At the mall, I barely glanced as an empty wheelchair passed by,
But then its occupant – shrunken and old – caught my eye.
He wore a brown Padre cap and shirt over white hair,
His name in yellow on the back of his chair.
I took a chance, “Hey, Vince, how you been?”
The chair slowed. Vince touched his leg where a knee should be.
He spoke, his voice quite low, “Who, me? Oh, you know,
Spend my days at the Home, just old and in the way.”
To his attendant, I said, “Vince was a legend in his day,
Rifle arm, great glove, fast as a stallion,
In today’s market, he’d sign for a million.”
Vince sat up straight and grabbed my hand,
His eyes misted over, he recalled another land,
Of bat and ball, flashing spikes, lime dust, and umpire’s call.
Far from the shopping mob and throbbing mall.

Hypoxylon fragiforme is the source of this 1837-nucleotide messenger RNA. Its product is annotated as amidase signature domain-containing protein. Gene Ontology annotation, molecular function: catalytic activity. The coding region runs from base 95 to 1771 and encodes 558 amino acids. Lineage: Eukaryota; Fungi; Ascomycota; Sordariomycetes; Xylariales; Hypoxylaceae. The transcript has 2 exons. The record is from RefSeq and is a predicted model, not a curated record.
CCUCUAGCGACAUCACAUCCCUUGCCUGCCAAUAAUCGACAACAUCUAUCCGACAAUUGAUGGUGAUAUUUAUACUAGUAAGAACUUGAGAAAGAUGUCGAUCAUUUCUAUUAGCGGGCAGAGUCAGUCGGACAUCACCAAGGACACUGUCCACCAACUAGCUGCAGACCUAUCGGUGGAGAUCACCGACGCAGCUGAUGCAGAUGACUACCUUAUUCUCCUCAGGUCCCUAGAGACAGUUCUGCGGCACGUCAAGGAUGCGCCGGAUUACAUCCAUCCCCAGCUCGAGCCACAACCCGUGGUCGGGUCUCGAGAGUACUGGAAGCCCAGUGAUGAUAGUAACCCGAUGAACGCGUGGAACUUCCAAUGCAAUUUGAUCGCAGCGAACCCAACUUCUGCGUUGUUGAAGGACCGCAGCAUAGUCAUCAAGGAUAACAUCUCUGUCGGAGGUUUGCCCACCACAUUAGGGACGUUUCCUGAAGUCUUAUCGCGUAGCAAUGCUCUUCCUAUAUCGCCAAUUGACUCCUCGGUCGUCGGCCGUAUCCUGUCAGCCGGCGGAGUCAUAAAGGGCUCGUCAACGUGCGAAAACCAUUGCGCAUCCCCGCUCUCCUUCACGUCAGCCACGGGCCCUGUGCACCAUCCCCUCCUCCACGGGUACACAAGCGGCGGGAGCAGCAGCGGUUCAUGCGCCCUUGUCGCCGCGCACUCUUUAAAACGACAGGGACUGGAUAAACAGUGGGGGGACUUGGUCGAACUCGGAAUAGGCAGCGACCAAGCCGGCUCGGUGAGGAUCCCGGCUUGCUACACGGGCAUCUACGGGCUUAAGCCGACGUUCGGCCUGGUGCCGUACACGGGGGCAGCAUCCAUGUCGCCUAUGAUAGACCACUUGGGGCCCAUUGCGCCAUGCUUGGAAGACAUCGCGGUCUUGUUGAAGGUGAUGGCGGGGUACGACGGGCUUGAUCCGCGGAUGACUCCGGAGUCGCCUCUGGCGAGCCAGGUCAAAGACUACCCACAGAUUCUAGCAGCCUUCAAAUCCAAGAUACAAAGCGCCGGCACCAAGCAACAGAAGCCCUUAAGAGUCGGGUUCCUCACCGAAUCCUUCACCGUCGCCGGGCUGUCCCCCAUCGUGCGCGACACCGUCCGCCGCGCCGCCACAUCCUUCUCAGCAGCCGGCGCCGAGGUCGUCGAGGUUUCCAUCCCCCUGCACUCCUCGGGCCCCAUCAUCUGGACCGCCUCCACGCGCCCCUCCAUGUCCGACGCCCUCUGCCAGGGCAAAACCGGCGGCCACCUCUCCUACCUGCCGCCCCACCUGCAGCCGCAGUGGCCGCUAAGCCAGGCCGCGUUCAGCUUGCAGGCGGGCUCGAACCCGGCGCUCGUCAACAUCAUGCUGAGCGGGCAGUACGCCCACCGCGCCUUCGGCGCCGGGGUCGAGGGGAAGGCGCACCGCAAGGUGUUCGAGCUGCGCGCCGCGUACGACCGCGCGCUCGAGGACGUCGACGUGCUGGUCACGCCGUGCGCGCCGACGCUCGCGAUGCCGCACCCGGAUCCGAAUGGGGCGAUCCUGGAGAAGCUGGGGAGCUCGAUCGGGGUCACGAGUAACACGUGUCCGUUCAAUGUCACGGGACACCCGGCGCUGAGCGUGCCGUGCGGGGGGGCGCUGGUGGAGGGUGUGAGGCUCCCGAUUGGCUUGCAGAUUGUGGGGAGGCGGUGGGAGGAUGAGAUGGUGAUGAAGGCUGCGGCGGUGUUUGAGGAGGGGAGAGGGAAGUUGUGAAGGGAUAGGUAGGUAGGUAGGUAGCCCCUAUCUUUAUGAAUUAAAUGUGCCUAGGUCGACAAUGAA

“Thanks for what you said, but it won’t be long ‘tiI I’m dead,
Until they cart me away, I’ll stay old and in the way.”
His chair rolled off, leaving me alone to wonder,
What about life makes us hunger,
For days when we were younger?
My wife, who’d seen this all unfold,
Said, “You knocked that one over the fence,
But you didn’t play with Vince. You’re not that old.”
I shrugged, “I saw his outfit the truth be told,
And thought he might have played our game.
You see him smile when I called his name? “
Like Vince, I’m afraid my time at the old ball yard has passed,
I was weak of arm, with not much leather, never quick nor fast,
But played with grit and spit, even if I couldn’t hit.
When I wait for called Strike Three,
I hope someone misremembers me,
And tells you I hit better than Tony Gwynn or Rod Carew,
With ducks in the pond, like Musial or Trout,
I never made an out.
If I get that shout, they can carry me off some day
And I won’t mind being old and in the way.